The best part is the food is so reasonable in price. My lamb and a tea cost just over £100EGP (£4) which is a steal in Luxor. Many of the restaurants in the city have hiked up tourist prices.
The best seats are upstairs on their terrace. Reservations are recommended for the evening, but I just turned up for lunch and got a seat straight away.
5. Dine at the Winter Palace and take a night cap at their Royal Bar
Even if you’re not a resident of the Old Winter Palace, you can still go inside and eat at their restaurants including 1886 and the Corniche. 1886 is a formal fancy restaurant, whereas the Corniche is an alfresco BBQ buffet in their lush gardens.
My favourite of them all was their bar and restaurant, Royal Bar. It almost looked like a gentleman’s study with chesterfield sofas, a fireplace, Egyptian carpets, and classic paintings hanging on the walls.
Here, they have a bar serving a massive range of potions including cocktails, wine by the glass, and beer.
I tried their Croque Monsieur which was delicious, the ketchup came in cute mini jam jars and had so many fries I swear I would burst! It was actually reasonably priced at £100EGP (£6) and the wine was the same price. Drinking is not cheap in Egypt!
6. Sail the Nile under a starry sky on a falucca
A felucca ride on the Nile is a must when in Luxor or Aswan. There’s no better feeling than watching the sun go down while sailing and when the stars come out it’s even better.
A felucca is a traditional sailboat that is completely manoeuvred by hand. It usually requires two men to control, both men need to row oars on each side. At one point, the captain was climbing up the top of the mast like a tree to allow the sails to catch the wind!
Although you can arrange a felucca ride with your hotel. I went down the East Bank and negotiated for a ride there. These usually last one to two hours depending on how much you want to pay. I organised a private one-hour ride for £300EGP (£13) which he extended as we couldn’t pull in due to the lack of wind.
But, don’t expect to go anywhere fast. The felucca’s need a lot of breeze to set sail and your speed completely depends on it.
When I went, there was hardly any breeze so we just ended up floating for an hour. No hope of reaching Banana Island for us! The views, however, were magnificent and more than made up for it.
7. Try a night at the Luxor Museum
The Luxor Museum opened its doors in 1975 and displays antiquities gathered from Thebes (ancient Luxor) and the Necropolis, the Valley of the Kings.
After having been to the Egyptian Museum in Cairo, I gave this one a miss.
But, unlike Cairo, this museum is meant to be a lot easier to explore as it has English signs to tell you what everything is. In Cairo, they don’t do that so you hire a guide to explain – figures!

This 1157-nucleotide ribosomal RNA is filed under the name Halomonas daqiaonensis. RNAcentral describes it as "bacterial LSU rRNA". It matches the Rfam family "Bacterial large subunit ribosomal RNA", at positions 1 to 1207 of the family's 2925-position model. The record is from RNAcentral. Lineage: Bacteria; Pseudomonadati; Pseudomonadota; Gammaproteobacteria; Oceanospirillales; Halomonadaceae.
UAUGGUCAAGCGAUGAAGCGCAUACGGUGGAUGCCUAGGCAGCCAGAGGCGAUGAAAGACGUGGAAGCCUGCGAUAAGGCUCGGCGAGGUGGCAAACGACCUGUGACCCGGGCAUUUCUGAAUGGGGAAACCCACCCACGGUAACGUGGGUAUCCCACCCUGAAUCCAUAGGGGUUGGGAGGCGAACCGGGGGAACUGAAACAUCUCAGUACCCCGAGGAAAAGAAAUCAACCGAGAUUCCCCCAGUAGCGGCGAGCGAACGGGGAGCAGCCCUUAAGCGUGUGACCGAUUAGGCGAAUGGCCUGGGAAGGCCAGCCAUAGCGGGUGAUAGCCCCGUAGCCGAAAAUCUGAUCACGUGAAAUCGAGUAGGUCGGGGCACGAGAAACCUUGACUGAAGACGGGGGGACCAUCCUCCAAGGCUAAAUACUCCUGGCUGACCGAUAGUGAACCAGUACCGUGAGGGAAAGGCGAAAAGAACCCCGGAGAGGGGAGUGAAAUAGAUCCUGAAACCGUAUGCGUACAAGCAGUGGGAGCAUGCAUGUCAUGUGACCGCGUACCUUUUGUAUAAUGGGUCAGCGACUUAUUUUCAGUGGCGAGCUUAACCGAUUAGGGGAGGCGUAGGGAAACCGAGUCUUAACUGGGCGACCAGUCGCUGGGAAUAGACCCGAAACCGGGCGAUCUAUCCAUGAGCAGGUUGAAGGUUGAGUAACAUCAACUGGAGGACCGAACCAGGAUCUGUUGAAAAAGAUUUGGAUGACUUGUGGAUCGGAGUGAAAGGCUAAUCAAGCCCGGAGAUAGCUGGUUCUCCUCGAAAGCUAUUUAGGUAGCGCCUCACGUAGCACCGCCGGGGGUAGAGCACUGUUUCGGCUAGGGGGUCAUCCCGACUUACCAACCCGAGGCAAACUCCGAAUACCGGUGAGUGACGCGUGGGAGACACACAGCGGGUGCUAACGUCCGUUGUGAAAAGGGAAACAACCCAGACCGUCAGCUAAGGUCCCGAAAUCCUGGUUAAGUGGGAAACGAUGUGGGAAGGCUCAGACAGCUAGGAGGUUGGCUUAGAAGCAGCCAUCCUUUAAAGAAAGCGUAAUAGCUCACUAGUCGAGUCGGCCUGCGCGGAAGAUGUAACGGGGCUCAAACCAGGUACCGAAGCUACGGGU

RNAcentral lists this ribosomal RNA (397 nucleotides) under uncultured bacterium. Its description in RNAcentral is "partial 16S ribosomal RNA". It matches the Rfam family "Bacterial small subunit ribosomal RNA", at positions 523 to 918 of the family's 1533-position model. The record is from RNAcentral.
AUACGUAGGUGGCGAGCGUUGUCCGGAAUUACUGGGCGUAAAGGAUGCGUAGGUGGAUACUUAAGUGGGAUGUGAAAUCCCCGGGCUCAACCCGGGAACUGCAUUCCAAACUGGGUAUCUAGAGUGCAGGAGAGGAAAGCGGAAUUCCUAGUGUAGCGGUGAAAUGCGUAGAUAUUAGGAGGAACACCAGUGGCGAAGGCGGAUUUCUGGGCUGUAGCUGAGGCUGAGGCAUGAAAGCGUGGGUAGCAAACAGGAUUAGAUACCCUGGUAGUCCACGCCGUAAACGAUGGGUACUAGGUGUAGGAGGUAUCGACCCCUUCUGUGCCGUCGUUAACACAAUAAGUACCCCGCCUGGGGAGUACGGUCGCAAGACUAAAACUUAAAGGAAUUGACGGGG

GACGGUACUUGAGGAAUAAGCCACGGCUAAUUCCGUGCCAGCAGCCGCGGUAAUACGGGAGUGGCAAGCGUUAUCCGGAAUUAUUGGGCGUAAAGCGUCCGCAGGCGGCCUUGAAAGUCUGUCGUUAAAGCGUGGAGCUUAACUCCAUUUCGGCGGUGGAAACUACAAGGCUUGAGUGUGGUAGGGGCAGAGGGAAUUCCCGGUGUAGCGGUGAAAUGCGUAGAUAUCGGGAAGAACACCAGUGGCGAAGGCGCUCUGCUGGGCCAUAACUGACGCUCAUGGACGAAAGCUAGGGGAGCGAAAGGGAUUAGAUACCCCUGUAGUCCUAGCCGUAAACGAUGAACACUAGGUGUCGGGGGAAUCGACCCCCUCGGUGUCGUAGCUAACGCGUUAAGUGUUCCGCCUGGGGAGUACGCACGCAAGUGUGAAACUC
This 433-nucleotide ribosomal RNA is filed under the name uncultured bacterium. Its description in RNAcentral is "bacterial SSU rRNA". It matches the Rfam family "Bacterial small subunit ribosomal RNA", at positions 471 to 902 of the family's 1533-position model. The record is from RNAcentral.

Highlights at Luxor Museum are the red granite head of Amenhotep III, the cow-goddess head from the tomb of Tutankhamun, and a wall of 283 painted sandstone blocks from a dismantled temple in Karnak for Amenhotep IV.
Opening times are 9 am – 4 pm, then 5 pm – 10 pm each day. A perfect way to spend a cultural evening in Luxor!
8. Go Shopping!
Of course, in Luxor you can go shopping at any time of the day and night! One of my favourite things to do when I travel. I love finding interesting local souvenirs and in Egypt there are so many!
Beyond the typical tourist souvenirs of Anubis keyrings and Tutankhamun magnets. You can get some high-quality items like 18carat gold, alabaster, perfumes, papyrus scrolls, carpets, and spices.
But, please be careful when purchasing. There are many scams in the markets in Egypt and you may be quoted a huge price for a fake.
Speaking from personal experience, I was scammed for my 18carat gold and was charged almost $250 over what the price should be. The police got involved and I got my money back but I learned a big lesson. That’s a blog post for later ;)
Please go to an official government-approved tourist shop or institute to buy products. The price may be higher but you’ll know that it comes from Egypt, it’s made by local craftsmen and it’s a genuine product.
Common scams are Chinese stone sold as alabaster, plastic sold as saffron, banana leaf sold as papyrus, 9-carat gold sold as 18carat or they don’t tell the truth about the weight and overcharge.
Top tip: Don’t shop with your guide! They usually have a relationship with the shop and will receive a commission percentage of what you bought. So, knowing that, the shop owner will bump up the price (for example in my scam it was $100 out of my pocket and I already tipped the guide a lot). If you’re on a tour group, this usually isn’t the case.
Is it safe in Luxor at night?
As a woman travelling alone in Egypt, I experienced no issues walking around Luxor by myself at night. The most bother I had were taxi drivers and boat owners wanting to sell me a ride!